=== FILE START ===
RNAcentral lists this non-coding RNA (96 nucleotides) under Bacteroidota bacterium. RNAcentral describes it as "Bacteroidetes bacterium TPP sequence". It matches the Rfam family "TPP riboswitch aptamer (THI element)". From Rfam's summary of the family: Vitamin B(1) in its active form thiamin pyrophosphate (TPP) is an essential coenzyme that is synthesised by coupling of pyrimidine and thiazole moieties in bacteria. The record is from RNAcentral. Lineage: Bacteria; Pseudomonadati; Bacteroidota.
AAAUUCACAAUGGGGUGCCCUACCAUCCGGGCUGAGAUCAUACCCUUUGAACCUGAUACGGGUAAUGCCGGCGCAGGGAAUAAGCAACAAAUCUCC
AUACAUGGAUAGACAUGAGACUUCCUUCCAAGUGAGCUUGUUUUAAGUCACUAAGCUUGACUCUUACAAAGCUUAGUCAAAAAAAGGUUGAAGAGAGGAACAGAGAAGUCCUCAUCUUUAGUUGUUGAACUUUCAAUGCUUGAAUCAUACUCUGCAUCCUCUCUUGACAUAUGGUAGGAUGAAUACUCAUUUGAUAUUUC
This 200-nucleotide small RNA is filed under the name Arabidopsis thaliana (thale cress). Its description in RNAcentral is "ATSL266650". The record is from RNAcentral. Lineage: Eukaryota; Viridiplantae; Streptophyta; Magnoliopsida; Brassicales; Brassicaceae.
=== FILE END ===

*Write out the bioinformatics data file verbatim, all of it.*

RNAcentral lists this non-coding RNA (96 nucleotides) under Bacteroidota bacterium. RNAcentral describes it as "Bacteroidetes bacterium TPP sequence". It matches the Rfam family "TPP riboswitch aptamer (THI element)". From Rfam's summary of the family: Vitamin B(1) in its active form thiamin pyrophosphate (TPP) is an essential coenzyme that is synthesised by coupling of pyrimidine and thiazole moieties in bacteria. The record is from RNAcentral. Lineage: Bacteria; Pseudomonadati; Bacteroidota.
AAAUUCACAAUGGGGUGCCCUACCAUCCGGGCUGAGAUCAUACCCUUUGAACCUGAUACGGGUAAUGCCGGCGCAGGGAAUAAGCAACAAAUCUCC
AUACAUGGAUAGACAUGAGACUUCCUUCCAAGUGAGCUUGUUUUAAGUCACUAAGCUUGACUCUUACAAAGCUUAGUCAAAAAAAGGUUGAAGAGAGGAACAGAGAAGUCCUCAUCUUUAGUUGUUGAACUUUCAAUGCUUGAAUCAUACUCUGCAUCCUCUCUUGACAUAUGGUAGGAUGAAUACUCAUUUGAUAUUUC
This 200-nucleotide small RNA is filed under the name Arabidopsis thaliana (thale cress). Its description in RNAcentral is "ATSL266650". The record is from RNAcentral. Lineage: Eukaryota; Viridiplantae; Streptophyta; Magnoliopsida; Brassicales; Brassicaceae.